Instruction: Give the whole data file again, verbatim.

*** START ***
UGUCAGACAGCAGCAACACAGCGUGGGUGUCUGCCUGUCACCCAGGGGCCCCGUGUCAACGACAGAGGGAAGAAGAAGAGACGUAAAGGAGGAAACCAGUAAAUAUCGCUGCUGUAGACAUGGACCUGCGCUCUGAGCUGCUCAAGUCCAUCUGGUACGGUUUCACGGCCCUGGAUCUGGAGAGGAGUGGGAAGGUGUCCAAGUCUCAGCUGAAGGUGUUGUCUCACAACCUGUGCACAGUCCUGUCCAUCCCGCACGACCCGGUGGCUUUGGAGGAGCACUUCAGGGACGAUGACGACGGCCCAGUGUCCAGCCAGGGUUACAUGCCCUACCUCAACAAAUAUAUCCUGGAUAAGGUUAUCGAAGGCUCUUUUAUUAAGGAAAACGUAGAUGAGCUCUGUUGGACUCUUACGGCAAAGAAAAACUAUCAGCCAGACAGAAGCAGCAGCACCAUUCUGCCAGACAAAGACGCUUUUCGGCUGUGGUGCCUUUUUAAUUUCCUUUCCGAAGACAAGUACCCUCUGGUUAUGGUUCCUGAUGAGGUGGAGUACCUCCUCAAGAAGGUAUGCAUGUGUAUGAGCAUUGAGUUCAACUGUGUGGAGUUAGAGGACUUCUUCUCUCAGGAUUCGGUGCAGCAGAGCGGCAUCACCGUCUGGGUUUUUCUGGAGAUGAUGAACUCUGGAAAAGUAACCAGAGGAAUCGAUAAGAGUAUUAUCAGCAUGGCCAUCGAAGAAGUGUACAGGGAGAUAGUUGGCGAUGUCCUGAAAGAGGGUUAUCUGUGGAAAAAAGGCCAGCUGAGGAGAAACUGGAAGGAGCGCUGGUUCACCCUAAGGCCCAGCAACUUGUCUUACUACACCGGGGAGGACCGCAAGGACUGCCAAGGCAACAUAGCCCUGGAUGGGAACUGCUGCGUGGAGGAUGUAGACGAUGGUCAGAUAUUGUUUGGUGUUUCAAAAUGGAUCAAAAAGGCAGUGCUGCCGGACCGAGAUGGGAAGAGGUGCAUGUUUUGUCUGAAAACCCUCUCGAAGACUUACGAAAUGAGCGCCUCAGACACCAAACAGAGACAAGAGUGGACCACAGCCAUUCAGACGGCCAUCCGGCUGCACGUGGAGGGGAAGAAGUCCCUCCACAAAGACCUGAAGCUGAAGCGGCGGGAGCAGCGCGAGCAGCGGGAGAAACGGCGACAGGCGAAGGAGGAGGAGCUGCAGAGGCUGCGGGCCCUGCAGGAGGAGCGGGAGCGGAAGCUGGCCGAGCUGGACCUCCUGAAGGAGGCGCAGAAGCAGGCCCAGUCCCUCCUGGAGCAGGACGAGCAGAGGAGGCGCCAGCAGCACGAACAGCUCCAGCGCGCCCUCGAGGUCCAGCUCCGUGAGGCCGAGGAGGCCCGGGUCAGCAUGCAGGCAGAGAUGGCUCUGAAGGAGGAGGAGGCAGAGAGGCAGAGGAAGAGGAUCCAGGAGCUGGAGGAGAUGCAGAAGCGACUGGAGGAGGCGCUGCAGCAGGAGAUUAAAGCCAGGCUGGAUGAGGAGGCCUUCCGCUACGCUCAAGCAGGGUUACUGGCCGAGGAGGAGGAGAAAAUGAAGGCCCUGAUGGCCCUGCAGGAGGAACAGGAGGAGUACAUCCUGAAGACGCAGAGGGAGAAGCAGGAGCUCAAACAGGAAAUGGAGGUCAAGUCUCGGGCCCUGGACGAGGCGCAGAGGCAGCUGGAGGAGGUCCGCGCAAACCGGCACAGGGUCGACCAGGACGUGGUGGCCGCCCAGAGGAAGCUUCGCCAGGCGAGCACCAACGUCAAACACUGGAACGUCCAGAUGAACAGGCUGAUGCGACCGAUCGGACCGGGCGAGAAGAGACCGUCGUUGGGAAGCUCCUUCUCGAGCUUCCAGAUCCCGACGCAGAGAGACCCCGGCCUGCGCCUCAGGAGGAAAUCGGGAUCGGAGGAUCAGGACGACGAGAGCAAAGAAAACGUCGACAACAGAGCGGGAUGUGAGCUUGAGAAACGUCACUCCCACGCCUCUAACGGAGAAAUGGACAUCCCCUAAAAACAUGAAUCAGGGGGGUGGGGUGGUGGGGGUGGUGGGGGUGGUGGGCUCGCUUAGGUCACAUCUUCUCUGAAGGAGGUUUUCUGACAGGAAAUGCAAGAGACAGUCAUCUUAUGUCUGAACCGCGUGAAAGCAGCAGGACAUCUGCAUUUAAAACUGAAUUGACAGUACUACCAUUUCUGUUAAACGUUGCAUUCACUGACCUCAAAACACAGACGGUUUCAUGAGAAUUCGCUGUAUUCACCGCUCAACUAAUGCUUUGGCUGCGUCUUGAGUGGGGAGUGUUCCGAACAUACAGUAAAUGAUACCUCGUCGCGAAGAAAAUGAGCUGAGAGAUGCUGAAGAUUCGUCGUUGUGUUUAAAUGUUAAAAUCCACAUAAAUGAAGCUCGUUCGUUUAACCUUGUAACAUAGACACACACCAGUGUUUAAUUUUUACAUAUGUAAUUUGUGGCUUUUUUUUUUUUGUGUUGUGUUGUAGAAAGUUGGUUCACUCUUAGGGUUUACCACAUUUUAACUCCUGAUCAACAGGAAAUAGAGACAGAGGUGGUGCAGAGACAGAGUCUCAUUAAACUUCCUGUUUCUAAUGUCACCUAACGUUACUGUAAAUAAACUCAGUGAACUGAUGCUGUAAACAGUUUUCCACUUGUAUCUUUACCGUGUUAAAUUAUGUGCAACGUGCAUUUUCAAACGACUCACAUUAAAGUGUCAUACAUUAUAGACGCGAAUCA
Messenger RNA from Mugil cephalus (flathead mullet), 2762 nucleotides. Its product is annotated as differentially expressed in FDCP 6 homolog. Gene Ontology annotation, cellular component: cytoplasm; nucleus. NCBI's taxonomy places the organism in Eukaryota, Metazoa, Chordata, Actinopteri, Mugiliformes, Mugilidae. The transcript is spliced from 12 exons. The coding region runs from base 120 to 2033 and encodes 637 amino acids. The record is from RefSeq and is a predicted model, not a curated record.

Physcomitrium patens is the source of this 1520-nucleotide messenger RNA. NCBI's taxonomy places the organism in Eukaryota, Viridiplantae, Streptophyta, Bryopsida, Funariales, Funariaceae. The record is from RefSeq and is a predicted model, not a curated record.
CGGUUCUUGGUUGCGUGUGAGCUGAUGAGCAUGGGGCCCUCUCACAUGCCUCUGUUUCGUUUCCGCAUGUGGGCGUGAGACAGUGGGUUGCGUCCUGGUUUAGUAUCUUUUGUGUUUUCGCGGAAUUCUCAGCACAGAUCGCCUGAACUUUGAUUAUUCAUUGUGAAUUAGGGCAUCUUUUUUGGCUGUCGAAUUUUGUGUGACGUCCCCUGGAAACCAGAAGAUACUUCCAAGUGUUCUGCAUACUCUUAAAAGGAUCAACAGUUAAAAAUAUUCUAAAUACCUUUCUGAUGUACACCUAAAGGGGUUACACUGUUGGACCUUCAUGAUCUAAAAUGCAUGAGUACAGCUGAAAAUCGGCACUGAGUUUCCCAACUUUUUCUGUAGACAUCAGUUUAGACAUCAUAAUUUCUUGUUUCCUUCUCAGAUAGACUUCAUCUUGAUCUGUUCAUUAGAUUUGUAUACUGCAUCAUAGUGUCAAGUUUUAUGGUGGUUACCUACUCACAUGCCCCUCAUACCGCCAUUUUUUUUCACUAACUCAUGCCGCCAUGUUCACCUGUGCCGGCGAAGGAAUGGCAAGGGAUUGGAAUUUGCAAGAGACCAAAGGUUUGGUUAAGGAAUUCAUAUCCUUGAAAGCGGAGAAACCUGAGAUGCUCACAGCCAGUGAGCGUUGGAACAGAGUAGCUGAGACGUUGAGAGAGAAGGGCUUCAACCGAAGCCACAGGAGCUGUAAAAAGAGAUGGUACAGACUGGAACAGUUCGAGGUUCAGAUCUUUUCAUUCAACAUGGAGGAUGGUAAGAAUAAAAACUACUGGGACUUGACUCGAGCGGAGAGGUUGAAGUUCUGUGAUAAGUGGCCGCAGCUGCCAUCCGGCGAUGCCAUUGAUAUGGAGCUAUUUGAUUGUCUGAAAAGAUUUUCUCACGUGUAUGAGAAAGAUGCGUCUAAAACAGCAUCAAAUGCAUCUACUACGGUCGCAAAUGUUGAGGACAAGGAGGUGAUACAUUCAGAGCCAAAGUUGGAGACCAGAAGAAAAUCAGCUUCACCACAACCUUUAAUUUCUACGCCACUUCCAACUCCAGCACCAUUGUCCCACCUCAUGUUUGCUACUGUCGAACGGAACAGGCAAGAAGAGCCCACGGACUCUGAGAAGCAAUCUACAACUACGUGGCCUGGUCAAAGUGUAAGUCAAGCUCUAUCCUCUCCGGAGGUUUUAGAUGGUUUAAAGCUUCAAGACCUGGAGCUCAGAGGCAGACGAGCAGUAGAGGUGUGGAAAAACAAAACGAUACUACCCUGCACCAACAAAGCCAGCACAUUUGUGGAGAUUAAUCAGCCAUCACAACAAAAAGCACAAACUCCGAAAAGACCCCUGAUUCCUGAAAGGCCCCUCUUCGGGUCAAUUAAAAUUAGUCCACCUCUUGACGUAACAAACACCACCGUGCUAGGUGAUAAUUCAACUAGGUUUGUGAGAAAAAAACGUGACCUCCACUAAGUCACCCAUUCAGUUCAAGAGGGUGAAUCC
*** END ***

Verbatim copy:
UGUCAGACAGCAGCAACACAGCGUGGGUGUCUGCCUGUCACCCAGGGGCCCCGUGUCAACGACAGAGGGAAGAAGAAGAGACGUAAAGGAGGAAACCAGUAAAUAUCGCUGCUGUAGACAUGGACCUGCGCUCUGAGCUGCUCAAGUCCAUCUGGUACGGUUUCACGGCCCUGGAUCUGGAGAGGAGUGGGAAGGUGUCCAAGUCUCAGCUGAAGGUGUUGUCUCACAACCUGUGCACAGUCCUGUCCAUCCCGCACGACCCGGUGGCUUUGGAGGAGCACUUCAGGGACGAUGACGACGGCCCAGUGUCCAGCCAGGGUUACAUGCCCUACCUCAACAAAUAUAUCCUGGAUAAGGUUAUCGAAGGCUCUUUUAUUAAGGAAAACGUAGAUGAGCUCUGUUGGACUCUUACGGCAAAGAAAAACUAUCAGCCAGACAGAAGCAGCAGCACCAUUCUGCCAGACAAAGACGCUUUUCGGCUGUGGUGCCUUUUUAAUUUCCUUUCCGAAGACAAGUACCCUCUGGUUAUGGUUCCUGAUGAGGUGGAGUACCUCCUCAAGAAGGUAUGCAUGUGUAUGAGCAUUGAGUUCAACUGUGUGGAGUUAGAGGACUUCUUCUCUCAGGAUUCGGUGCAGCAGAGCGGCAUCACCGUCUGGGUUUUUCUGGAGAUGAUGAACUCUGGAAAAGUAACCAGAGGAAUCGAUAAGAGUAUUAUCAGCAUGGCCAUCGAAGAAGUGUACAGGGAGAUAGUUGGCGAUGUCCUGAAAGAGGGUUAUCUGUGGAAAAAAGGCCAGCUGAGGAGAAACUGGAAGGAGCGCUGGUUCACCCUAAGGCCCAGCAACUUGUCUUACUACACCGGGGAGGACCGCAAGGACUGCCAAGGCAACAUAGCCCUGGAUGGGAACUGCUGCGUGGAGGAUGUAGACGAUGGUCAGAUAUUGUUUGGUGUUUCAAAAUGGAUCAAAAAGGCAGUGCUGCCGGACCGAGAUGGGAAGAGGUGCAUGUUUUGUCUGAAAACCCUCUCGAAGACUUACGAAAUGAGCGCCUCAGACACCAAACAGAGACAAGAGUGGACCACAGCCAUUCAGACGGCCAUCCGGCUGCACGUGGAGGGGAAGAAGUCCCUCCACAAAGACCUGAAGCUGAAGCGGCGGGAGCAGCGCGAGCAGCGGGAGAAACGGCGACAGGCGAAGGAGGAGGAGCUGCAGAGGCUGCGGGCCCUGCAGGAGGAGCGGGAGCGGAAGCUGGCCGAGCUGGACCUCCUGAAGGAGGCGCAGAAGCAGGCCCAGUCCCUCCUGGAGCAGGACGAGCAGAGGAGGCGCCAGCAGCACGAACAGCUCCAGCGCGCCCUCGAGGUCCAGCUCCGUGAGGCCGAGGAGGCCCGGGUCAGCAUGCAGGCAGAGAUGGCUCUGAAGGAGGAGGAGGCAGAGAGGCAGAGGAAGAGGAUCCAGGAGCUGGAGGAGAUGCAGAAGCGACUGGAGGAGGCGCUGCAGCAGGAGAUUAAAGCCAGGCUGGAUGAGGAGGCCUUCCGCUACGCUCAAGCAGGGUUACUGGCCGAGGAGGAGGAGAAAAUGAAGGCCCUGAUGGCCCUGCAGGAGGAACAGGAGGAGUACAUCCUGAAGACGCAGAGGGAGAAGCAGGAGCUCAAACAGGAAAUGGAGGUCAAGUCUCGGGCCCUGGACGAGGCGCAGAGGCAGCUGGAGGAGGUCCGCGCAAACCGGCACAGGGUCGACCAGGACGUGGUGGCCGCCCAGAGGAAGCUUCGCCAGGCGAGCACCAACGUCAAACACUGGAACGUCCAGAUGAACAGGCUGAUGCGACCGAUCGGACCGGGCGAGAAGAGACCGUCGUUGGGAAGCUCCUUCUCGAGCUUCCAGAUCCCGACGCAGAGAGACCCCGGCCUGCGCCUCAGGAGGAAAUCGGGAUCGGAGGAUCAGGACGACGAGAGCAAAGAAAACGUCGACAACAGAGCGGGAUGUGAGCUUGAGAAACGUCACUCCCACGCCUCUAACGGAGAAAUGGACAUCCCCUAAAAACAUGAAUCAGGGGGGUGGGGUGGUGGGGGUGGUGGGGGUGGUGGGCUCGCUUAGGUCACAUCUUCUCUGAAGGAGGUUUUCUGACAGGAAAUGCAAGAGACAGUCAUCUUAUGUCUGAACCGCGUGAAAGCAGCAGGACAUCUGCAUUUAAAACUGAAUUGACAGUACUACCAUUUCUGUUAAACGUUGCAUUCACUGACCUCAAAACACAGACGGUUUCAUGAGAAUUCGCUGUAUUCACCGCUCAACUAAUGCUUUGGCUGCGUCUUGAGUGGGGAGUGUUCCGAACAUACAGUAAAUGAUACCUCGUCGCGAAGAAAAUGAGCUGAGAGAUGCUGAAGAUUCGUCGUUGUGUUUAAAUGUUAAAAUCCACAUAAAUGAAGCUCGUUCGUUUAACCUUGUAACAUAGACACACACCAGUGUUUAAUUUUUACAUAUGUAAUUUGUGGCUUUUUUUUUUUUGUGUUGUGUUGUAGAAAGUUGGUUCACUCUUAGGGUUUACCACAUUUUAACUCCUGAUCAACAGGAAAUAGAGACAGAGGUGGUGCAGAGACAGAGUCUCAUUAAACUUCCUGUUUCUAAUGUCACCUAACGUUACUGUAAAUAAACUCAGUGAACUGAUGCUGUAAACAGUUUUCCACUUGUAUCUUUACCGUGUUAAAUUAUGUGCAACGUGCAUUUUCAAACGACUCACAUUAAAGUGUCAUACAUUAUAGACGCGAAUCA
Messenger RNA from Mugil cephalus (flathead mullet), 2762 nucleotides. Its product is annotated as differentially expressed in FDCP 6 homolog. Gene Ontology annotation, cellular component: cytoplasm; nucleus. NCBI's taxonomy places the organism in Eukaryota, Metazoa, Chordata, Actinopteri, Mugiliformes, Mugilidae. The transcript is spliced from 12 exons. The coding region runs from base 120 to 2033 and encodes 637 amino acids. The record is from RefSeq and is a predicted model, not a curated record.

Physcomitrium patens is the source of this 1520-nucleotide messenger RNA. NCBI's taxonomy places the organism in Eukaryota, Viridiplantae, Streptophyta, Bryopsida, Funariales, Funariaceae. The record is from RefSeq and is a predicted model, not a curated record.
CGGUUCUUGGUUGCGUGUGAGCUGAUGAGCAUGGGGCCCUCUCACAUGCCUCUGUUUCGUUUCCGCAUGUGGGCGUGAGACAGUGGGUUGCGUCCUGGUUUAGUAUCUUUUGUGUUUUCGCGGAAUUCUCAGCACAGAUCGCCUGAACUUUGAUUAUUCAUUGUGAAUUAGGGCAUCUUUUUUGGCUGUCGAAUUUUGUGUGACGUCCCCUGGAAACCAGAAGAUACUUCCAAGUGUUCUGCAUACUCUUAAAAGGAUCAACAGUUAAAAAUAUUCUAAAUACCUUUCUGAUGUACACCUAAAGGGGUUACACUGUUGGACCUUCAUGAUCUAAAAUGCAUGAGUACAGCUGAAAAUCGGCACUGAGUUUCCCAACUUUUUCUGUAGACAUCAGUUUAGACAUCAUAAUUUCUUGUUUCCUUCUCAGAUAGACUUCAUCUUGAUCUGUUCAUUAGAUUUGUAUACUGCAUCAUAGUGUCAAGUUUUAUGGUGGUUACCUACUCACAUGCCCCUCAUACCGCCAUUUUUUUUCACUAACUCAUGCCGCCAUGUUCACCUGUGCCGGCGAAGGAAUGGCAAGGGAUUGGAAUUUGCAAGAGACCAAAGGUUUGGUUAAGGAAUUCAUAUCCUUGAAAGCGGAGAAACCUGAGAUGCUCACAGCCAGUGAGCGUUGGAACAGAGUAGCUGAGACGUUGAGAGAGAAGGGCUUCAACCGAAGCCACAGGAGCUGUAAAAAGAGAUGGUACAGACUGGAACAGUUCGAGGUUCAGAUCUUUUCAUUCAACAUGGAGGAUGGUAAGAAUAAAAACUACUGGGACUUGACUCGAGCGGAGAGGUUGAAGUUCUGUGAUAAGUGGCCGCAGCUGCCAUCCGGCGAUGCCAUUGAUAUGGAGCUAUUUGAUUGUCUGAAAAGAUUUUCUCACGUGUAUGAGAAAGAUGCGUCUAAAACAGCAUCAAAUGCAUCUACUACGGUCGCAAAUGUUGAGGACAAGGAGGUGAUACAUUCAGAGCCAAAGUUGGAGACCAGAAGAAAAUCAGCUUCACCACAACCUUUAAUUUCUACGCCACUUCCAACUCCAGCACCAUUGUCCCACCUCAUGUUUGCUACUGUCGAACGGAACAGGCAAGAAGAGCCCACGGACUCUGAGAAGCAAUCUACAACUACGUGGCCUGGUCAAAGUGUAAGUCAAGCUCUAUCCUCUCCGGAGGUUUUAGAUGGUUUAAAGCUUCAAGACCUGGAGCUCAGAGGCAGACGAGCAGUAGAGGUGUGGAAAAACAAAACGAUACUACCCUGCACCAACAAAGCCAGCACAUUUGUGGAGAUUAAUCAGCCAUCACAACAAAAAGCACAAACUCCGAAAAGACCCCUGAUUCCUGAAAGGCCCCUCUUCGGGUCAAUUAAAAUUAGUCCACCUCUUGACGUAACAAACACCACCGUGCUAGGUGAUAAUUCAACUAGGUUUGUGAGAAAAAAACGUGACCUCCACUAAGUCACCCAUUCAGUUCAAGAGGGUGAAUCC